Did St Paul make a mistake in Athens?

At first sight Paul’s speech to the Athenian Areopagus in Acts 17 looks like a great example of how to speak to people who don’t have a biblical worldview or an understanding of the Bible storyline. Find a point of contact; build a bridge to connect with their world; quote from some of their own poets. While at the same time managing to pack in plenty of sound information about who God actually is, where the world has come from and what its future holds in store.

Looking for a model to help you evangelise post-moderns? Look no further. This is it.

Or is it?

Not everyone who has thought and written about it thinks so. In fact, for some, Paul got it badly wrong.

And when you take a second look, you notice that he really was not that successful, was he? A few people followed him and believed, but it was hardly the Day of Pentecost revisited, was it?

Add to that the information Paul shares in the opening chapters of 1 Corinthians – and Corinth was the next stop on his journey, after Athens. No displays of clever wisdom, he says. Just Christ, and him crucified. Preached in the power of the Spirit.

It has been suggested that Paul left some very important gaps in his Athenian speech. Where is his mention of the cross? Was he too embarrassed to mention it to a sophisticated crowd? Where are the signs and wonders? Was Paul so confident in his intellectual powers that he left out the Holy Spirit and failed to rely on his power? Would a display of signs and wonders not have shifted this stubborn crowd of philosophers and idolaters?

Did Paul get it wrong? And if he did, does that mean Acts 17 really only serves to remind us how not to evangelise? A few reflections:

  1. Luke was happy to describe Paul’s initial reasoning in the synagogue as ‘preaching good news’ – see verse 18. Paul preached the gospel in Athens.
  2. To read Acts 17 as a record of Paul’s grand mistake is to read something into Luke’s account that Luke himself has not put there. In fact Luke has spent a fair amount of space on his account of Paul’s speech. Would he give so much space to an example of ‘how not to do this’ without so much as a comment? The only way anyone would read this differently is to read 1 Corinthians back into Acts 17.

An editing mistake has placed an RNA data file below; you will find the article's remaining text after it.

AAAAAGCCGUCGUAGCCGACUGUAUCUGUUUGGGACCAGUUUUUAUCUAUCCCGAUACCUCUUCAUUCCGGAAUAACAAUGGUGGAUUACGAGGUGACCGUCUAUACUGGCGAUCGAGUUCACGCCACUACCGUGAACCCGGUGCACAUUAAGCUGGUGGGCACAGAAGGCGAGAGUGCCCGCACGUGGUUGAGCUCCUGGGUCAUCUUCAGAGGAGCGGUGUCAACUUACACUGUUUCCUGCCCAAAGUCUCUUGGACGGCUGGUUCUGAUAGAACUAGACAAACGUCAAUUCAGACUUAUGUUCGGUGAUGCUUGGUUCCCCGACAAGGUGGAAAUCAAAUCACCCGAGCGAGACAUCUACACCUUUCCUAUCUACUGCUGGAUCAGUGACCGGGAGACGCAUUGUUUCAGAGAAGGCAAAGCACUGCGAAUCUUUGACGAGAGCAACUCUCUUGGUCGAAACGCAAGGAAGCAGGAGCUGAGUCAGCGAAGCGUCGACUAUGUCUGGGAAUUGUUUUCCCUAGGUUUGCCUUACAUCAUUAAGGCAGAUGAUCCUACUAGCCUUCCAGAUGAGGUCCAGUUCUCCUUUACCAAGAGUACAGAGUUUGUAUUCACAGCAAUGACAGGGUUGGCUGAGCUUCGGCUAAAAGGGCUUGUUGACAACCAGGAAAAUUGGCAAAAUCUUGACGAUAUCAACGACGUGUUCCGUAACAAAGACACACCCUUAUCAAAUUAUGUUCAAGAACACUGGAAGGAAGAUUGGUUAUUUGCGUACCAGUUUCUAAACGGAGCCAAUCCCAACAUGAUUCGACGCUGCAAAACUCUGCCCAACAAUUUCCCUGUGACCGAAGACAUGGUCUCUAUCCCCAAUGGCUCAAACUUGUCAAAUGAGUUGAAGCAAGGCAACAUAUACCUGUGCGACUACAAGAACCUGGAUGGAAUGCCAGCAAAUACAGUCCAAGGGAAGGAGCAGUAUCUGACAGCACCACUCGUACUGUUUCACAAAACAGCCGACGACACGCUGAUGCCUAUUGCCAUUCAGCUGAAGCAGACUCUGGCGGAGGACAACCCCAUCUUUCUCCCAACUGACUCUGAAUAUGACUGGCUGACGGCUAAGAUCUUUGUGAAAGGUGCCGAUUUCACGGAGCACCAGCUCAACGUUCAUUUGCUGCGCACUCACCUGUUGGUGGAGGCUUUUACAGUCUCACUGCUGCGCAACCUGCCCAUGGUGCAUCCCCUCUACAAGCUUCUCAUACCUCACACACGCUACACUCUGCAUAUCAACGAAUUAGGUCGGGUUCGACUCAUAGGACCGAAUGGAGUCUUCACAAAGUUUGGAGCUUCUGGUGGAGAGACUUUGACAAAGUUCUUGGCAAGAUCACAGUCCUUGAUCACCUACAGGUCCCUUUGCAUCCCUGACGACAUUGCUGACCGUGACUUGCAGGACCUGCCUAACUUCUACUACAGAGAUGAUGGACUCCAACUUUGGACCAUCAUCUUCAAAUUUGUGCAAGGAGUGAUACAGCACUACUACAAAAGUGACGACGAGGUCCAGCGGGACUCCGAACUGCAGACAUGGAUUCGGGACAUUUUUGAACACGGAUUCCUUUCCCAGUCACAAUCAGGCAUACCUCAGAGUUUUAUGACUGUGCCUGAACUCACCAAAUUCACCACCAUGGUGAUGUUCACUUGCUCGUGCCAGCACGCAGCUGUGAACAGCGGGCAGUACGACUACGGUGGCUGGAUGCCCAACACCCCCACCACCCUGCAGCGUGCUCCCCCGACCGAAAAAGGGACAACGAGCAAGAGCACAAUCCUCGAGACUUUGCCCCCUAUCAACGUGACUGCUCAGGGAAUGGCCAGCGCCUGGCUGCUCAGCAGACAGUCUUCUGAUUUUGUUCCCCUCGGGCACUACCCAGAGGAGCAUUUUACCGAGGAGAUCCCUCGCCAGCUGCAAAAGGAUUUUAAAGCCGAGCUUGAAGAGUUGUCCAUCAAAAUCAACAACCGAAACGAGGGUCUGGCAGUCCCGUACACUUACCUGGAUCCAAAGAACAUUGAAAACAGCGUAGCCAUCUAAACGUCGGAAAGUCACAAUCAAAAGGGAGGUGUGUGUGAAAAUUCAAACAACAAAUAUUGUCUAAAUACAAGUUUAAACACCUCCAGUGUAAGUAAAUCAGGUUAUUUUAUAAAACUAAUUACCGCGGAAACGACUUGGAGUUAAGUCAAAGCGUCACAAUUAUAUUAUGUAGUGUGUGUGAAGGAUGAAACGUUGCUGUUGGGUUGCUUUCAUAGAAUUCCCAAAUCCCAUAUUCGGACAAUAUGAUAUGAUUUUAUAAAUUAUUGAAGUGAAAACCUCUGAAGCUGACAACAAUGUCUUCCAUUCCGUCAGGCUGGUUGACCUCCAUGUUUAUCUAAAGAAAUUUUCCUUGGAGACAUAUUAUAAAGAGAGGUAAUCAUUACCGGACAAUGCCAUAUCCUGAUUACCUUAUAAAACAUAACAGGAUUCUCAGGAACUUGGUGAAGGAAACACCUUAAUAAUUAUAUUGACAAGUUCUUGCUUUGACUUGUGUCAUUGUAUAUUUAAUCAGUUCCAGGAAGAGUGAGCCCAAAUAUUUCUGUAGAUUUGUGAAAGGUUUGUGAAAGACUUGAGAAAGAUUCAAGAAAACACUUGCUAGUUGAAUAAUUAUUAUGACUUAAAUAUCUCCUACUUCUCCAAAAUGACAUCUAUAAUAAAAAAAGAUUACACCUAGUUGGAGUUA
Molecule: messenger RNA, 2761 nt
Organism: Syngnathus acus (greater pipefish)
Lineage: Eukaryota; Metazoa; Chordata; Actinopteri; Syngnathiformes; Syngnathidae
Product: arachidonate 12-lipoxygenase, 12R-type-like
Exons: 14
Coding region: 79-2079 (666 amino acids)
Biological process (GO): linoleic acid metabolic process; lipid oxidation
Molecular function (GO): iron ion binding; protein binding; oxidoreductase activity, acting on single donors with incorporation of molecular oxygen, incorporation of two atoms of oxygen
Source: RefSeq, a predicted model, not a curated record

3. It is better to look for a reason for Paul’s description of his Corinthian preaching in the immediate context of 1 Corinthians itself. In  the opening chapters there Paul is addressing a problem where church members are elevating one speaker above another. Boasting in men (3:21) is futile in the face of a God who dismisses human wisdom as foolish. If this context makes sense of what Paul says about his preaching, there is no need to try to make connections with an alleged mistake in Athens.
  4. Clearly a proportion of Paul’s audience in Athens thought that Paul’s preaching was ‘foolishness’. His speech to the Areopagus then can hardly be construed as a display of clever oratory that wooed the masses.
  5. Although he was happy to make use of Greek poets, there is nothing unorthodox about the theology of Paul’s message: a self-sufficient, sovereign Creator-God whose resurrection is evidence of his coming reign.
  6. Paul’s later gospel communication continued to receive mixed results. As he talked with the Jewish visitors to his house in Rome (Acts 28), testifying about the Kingdom of God and trying to convince them about Jesus, the results were not too dissimilar.

So what do you think? Did Paul make a mistake, or is this, in fact a superb example of contextualised evangelistic preaching?

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